This post is SO late! My goodness, you’d think I forgot about it… which I didn’t, I just misplaced my journal from the trip before typing up the events therein, then I wasn’t blogging for a period of time, and well, here we are.
Monday, May 16, 2016
Our second day trip was to the Titanic museum in Belfast, the city where she was built.
The sinking of the Titanic is one of the most well-known maritime disasters the world has ever experienced. Lauded as unsinkable, this ship was a huge undertaking for the Belfast shipyards.
While the Harland and Wolff shipyards were some of the most successful shipyards and the largest, hundreds of workers were lost building the Titanic, an Olympic class ship.
Only eight men are on the register as having lost their lives on the Arrol Gantry of the Titanic. This number is misleading, as another two hundred and fifty left the shipyard due to injury.
These workers later died because there was no healthcare available to them. However, it is because they left the shipyard that their deaths are not on the register.
These two hundred and fifty eight deaths are a solemn foreshadowing of the end of the RMS Titanic’s maiden voyage.
Rather than write pages upon pages on what a technological marvel the Titanic was, I’m choosing instead to write about the people and the maritime codes used at the time.
Thomas Andrews, a man of intelligence, was the director in charge of ship design. He was often seen tirelessly touring the yards, smudged with paint and grease as he carried plans around in his pockets. During his career, Thomas earned the respect of both ship owners and riveters alike.
One of the saddest things about this disaster is that it could have easily been avoided.
The Titanic received notice of ice fields and icebergs from the Baltic, the Mesaba, and the Californian. All warnings were ignored and the ship steamed forward at speed. You have to wonder how the radio operator who was too preoccupied with “working cape race” felt as the ship sank.
The now standard S.O.S. signal was not yet widely used when the Titanic launched. Instead C.Q.D. was used, which meant “All stations: distress”… I was almost brought to tears reading the last message the Titanic ever sent.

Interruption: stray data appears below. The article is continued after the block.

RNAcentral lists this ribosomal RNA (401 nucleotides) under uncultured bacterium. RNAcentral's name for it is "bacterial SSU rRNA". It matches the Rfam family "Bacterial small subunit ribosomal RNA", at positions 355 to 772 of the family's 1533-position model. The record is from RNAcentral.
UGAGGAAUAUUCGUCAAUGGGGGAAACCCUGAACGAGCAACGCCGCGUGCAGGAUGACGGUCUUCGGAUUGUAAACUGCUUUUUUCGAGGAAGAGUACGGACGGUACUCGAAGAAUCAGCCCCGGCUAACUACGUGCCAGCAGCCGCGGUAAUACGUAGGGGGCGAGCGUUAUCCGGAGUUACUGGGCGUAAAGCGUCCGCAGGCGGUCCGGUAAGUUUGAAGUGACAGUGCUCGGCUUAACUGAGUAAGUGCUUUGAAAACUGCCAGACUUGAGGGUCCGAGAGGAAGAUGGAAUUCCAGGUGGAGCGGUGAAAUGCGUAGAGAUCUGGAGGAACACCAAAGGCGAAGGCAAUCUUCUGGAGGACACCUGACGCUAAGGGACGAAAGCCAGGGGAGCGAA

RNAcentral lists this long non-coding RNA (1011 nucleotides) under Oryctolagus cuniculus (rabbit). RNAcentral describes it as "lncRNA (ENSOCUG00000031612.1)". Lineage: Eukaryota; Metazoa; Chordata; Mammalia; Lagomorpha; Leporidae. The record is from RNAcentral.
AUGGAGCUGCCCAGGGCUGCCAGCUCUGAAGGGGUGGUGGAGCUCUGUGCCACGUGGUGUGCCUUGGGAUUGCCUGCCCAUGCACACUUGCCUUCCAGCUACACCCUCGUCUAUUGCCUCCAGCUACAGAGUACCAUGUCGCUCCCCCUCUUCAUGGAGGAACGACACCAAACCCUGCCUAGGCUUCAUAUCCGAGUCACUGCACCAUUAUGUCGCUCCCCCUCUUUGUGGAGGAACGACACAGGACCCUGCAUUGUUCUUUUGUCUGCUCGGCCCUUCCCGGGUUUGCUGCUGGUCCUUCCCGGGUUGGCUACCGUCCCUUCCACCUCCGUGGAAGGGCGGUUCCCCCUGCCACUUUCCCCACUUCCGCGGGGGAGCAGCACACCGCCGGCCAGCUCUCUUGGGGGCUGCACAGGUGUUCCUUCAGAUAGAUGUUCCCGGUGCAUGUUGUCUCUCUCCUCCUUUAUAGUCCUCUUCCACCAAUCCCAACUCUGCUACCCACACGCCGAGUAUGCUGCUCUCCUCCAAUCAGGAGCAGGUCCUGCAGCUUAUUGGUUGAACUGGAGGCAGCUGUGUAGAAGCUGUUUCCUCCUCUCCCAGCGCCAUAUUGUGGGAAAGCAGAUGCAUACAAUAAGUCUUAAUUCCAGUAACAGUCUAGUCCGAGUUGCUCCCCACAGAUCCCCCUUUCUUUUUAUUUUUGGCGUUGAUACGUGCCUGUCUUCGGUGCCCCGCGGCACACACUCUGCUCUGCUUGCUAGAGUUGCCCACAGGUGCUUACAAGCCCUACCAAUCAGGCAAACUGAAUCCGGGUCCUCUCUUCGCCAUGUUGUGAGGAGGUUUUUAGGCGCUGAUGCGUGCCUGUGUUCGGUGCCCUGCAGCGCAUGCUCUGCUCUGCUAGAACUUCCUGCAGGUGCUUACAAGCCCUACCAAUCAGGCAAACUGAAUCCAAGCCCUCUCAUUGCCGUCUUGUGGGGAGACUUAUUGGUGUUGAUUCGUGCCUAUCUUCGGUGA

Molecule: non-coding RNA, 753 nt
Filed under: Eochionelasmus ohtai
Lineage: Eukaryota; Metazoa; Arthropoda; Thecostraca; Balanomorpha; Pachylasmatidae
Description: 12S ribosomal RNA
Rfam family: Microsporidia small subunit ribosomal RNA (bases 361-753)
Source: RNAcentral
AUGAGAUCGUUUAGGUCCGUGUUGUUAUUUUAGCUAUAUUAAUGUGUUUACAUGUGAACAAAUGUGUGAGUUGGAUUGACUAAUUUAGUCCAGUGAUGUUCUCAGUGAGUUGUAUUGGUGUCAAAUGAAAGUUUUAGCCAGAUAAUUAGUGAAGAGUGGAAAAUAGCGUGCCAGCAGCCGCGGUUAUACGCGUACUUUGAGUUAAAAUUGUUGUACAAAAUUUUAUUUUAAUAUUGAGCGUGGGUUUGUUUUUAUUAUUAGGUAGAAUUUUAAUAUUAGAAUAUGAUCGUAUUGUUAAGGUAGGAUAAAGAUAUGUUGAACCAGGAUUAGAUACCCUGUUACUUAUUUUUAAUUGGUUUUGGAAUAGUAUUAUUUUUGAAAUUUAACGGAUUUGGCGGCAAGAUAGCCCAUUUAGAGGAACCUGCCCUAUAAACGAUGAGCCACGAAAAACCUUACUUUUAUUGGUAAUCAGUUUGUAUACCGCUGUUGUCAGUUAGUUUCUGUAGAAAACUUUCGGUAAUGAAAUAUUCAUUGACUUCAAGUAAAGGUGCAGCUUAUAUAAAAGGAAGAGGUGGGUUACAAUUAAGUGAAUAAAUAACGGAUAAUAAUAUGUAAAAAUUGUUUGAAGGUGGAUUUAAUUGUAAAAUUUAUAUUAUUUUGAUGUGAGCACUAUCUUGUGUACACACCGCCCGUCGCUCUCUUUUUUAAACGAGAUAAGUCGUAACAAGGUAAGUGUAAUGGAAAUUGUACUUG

An unfinished C.Q… and then silence from the once great ship.
We hurriedly ate our lunches so we could meet our bus on time. I swear, I’ve never had such a tight meal schedule as I’ve had on this trip.
Our next stop, another surprise, was the Giant’s Causeway!
Admittedly, my sister is more knowledgeable on this area and the myths and legends surrounding it, but I knew a little and was so very excited for the opportunity to visit the World Heritage Site.
What I enjoy most about many Irish legends is that they began as spoken word, stories shared around the fires.
From the camel resting along the beach that the Giant Finn McCool rode to get home in time for bedtime stories with his son, to the basalt columns left behind by his running from another (larger) giant, this land is thoroughly steeped in magic and myth.
I am particularly interested in the geological science of the area. The volcanic and tectonic forces that created the great, interlocking basalt columns would have been beyond immense. I would have enjoyed learning more about the physical geography of the area and will have to do further research on the subject.
When we returned to Dublin, Sara, Brianna, and I went to Temple Bar for pictures and dinner. We ended up eating at a restaurant called Mexico to Rome where we overheard students from Minnesota. The nasal, clipped sounds of the accent of my childhood was both surprising and reassuring to hear. In contrast, the lilting tones of the Irish people is very musical, pleasing to the ear and poetic in a way I do not often hear.
I’ve got about three more posts on the way, but the rest of my Ireland adventures can be found HERE.